Normal People showed how well all TV shows should handle consent
It gives an example of healthy sex that our sex ed classes never did
The argument around consent is brought up, rehashed and re-emphasised constantly. And yet, many men and women still don’t fully understand what consensual sex actually means, beyond just “no means no”.
This is hardly surprising considering sex ed classes in school are still hugely over-simplified and 20 years out of date (they haven’t been updated since 2000). As far as my friends and I were concerned, our sex ed didn’t even touch on consent and the level of communication necessary to truly ensure safe, consensual sex happens.
People are turning to, and praising TV shows for achieving something our schools failed to do. First Sex Education and now BBC Three’s Normal People, which offers the perfect example of exactly how to perform consensual sex. In the second episode, Marianne and Connell are at her house about to have sex for the first time – he’s had sex before but she hasn’t. In a five minute clip, the show absolutely nails how this experience should go.
Constant communication happens as soon as it gets intimate
Throughout the whole sequence, Marianne and Connell are frequently checking in with one another, and asking questions before acting on anything. This level of communication happens all the way through, setting an example of how important this is throughout any level of sexual intimacy.
There’s a lot of awkward undressing and laughter
A lot of sex scenes on TV show a bit of kissing, the bra pinging off with one touch and then boom they’re having sex. Normal People presents how awkward and funny sex can be and that this is completely fine.
When Connell tries to remove Marianne’s bra it gets stuck, they both laugh, her arms then get trapped and they awkwardly fumble to get it off. It’s a bit of a mess which is spot on to reality.
They’re honest about past sexual relationships and where they stand
Marianne candidly asks Connell about how often he sleeps with other people, clarifying whether she’s just “another girl” he has sex with. This is a very reasonable question and one most people want to know before they commit to having sex.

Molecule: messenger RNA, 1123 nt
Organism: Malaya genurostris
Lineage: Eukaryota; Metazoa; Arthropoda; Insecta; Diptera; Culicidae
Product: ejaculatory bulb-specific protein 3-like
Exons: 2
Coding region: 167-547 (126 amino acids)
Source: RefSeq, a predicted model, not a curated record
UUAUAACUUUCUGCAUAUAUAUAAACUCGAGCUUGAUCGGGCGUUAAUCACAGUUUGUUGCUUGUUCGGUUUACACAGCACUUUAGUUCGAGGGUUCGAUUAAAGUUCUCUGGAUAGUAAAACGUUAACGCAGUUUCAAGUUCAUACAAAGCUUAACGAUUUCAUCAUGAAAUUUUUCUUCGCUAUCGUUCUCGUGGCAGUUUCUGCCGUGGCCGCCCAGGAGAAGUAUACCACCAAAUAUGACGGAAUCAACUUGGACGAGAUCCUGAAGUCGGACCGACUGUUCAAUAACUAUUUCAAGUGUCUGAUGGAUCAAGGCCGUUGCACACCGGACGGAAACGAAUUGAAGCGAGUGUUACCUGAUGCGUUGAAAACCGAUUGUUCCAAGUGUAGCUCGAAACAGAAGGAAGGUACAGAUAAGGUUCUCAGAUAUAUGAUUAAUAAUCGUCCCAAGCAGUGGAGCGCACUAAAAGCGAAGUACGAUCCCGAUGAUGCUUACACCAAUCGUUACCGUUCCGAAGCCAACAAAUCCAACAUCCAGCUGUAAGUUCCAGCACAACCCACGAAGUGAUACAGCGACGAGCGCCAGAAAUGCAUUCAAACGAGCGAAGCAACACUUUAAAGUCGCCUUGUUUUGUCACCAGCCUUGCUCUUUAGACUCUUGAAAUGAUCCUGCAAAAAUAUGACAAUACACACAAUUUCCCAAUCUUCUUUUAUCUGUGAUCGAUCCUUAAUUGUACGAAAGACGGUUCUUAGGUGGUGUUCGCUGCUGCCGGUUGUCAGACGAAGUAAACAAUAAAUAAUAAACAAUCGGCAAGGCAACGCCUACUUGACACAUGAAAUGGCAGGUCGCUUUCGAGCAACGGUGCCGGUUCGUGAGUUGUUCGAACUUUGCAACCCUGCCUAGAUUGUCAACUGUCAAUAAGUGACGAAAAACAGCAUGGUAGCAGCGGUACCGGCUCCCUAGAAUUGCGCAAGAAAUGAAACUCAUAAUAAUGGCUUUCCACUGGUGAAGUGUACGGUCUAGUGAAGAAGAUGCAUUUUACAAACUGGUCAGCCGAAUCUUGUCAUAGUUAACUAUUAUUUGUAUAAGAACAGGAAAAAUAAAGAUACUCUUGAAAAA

Marianne wants to be sure this moment is as special for him as it is for her, and he reassures her. They’re both instantly more comfortable about where they stand – a really healthy place to be before sleeping with someone.
Marianne seeks reassurance and Connell gives it to her
No matter how many times you’ve had sex, there’s always room for insecurity to creep in. Marianne admits that she thinks there are prettier girls than her interested in him. In response, he reminds her how attracted he is to her. Again, a very natural conversation that can happen during sex which we don’t often see on TV.
The breathing and eye contact
An intimacy coach, Duchess Iphie explained how exchanged breath and eye contact reinforced the couple’s level of closeness. Through these moments, the scene presents an intimate experience rather than simply a physical one – Marianne and Connell seem genuinely connected. This feels like an emotional understanding which is really positive and a great thing to encourage.
They talk about using protection
Asking about protection is so important when having healthy, consensual sex, especially if it’s the first time two people have slept together. This is also something that is rarely seen on TV which can lead people to think putting on a condom “ruins the mood” because it’s not what we tend to see in sex scenes.
It doesn’t ruin the mood at all, and Normal People prove sex can still be sexy and safe at the same time. Marianne asks him to use a condom and he doesn’t question it – very simply setting the perfect example of how this conversation should go.
They then talk openly about Marianne’s virginity
As soon as Connell knows she’s a virgin, he becomes especially gentle and aware of how she could be feeling, knowing that first-time sex can be uncomfortable. He doesn’t judge her or make a big deal of that fact she’s about to lose he virginity, he simply makes a mental note to be particularly careful.
Equally, Marianne being comfortable admitting she’s a virgin proves it’s nothing to be ashamed of and always something worth mentioning.
Connell seeks consent and reminds her that she can stop at any moment
This moment is so poignant. This 10 second conversation between them shows just how easy it is to have healthy, consensual sex.
He reminds her they can stop whenever – highlighting how consent can change at any point throughout. He then says “it won’t be awkward” – something a lot of people worry about. Connell and Marianne show that if everyone’s honest and understanding, consent never needs to feel “awkward”.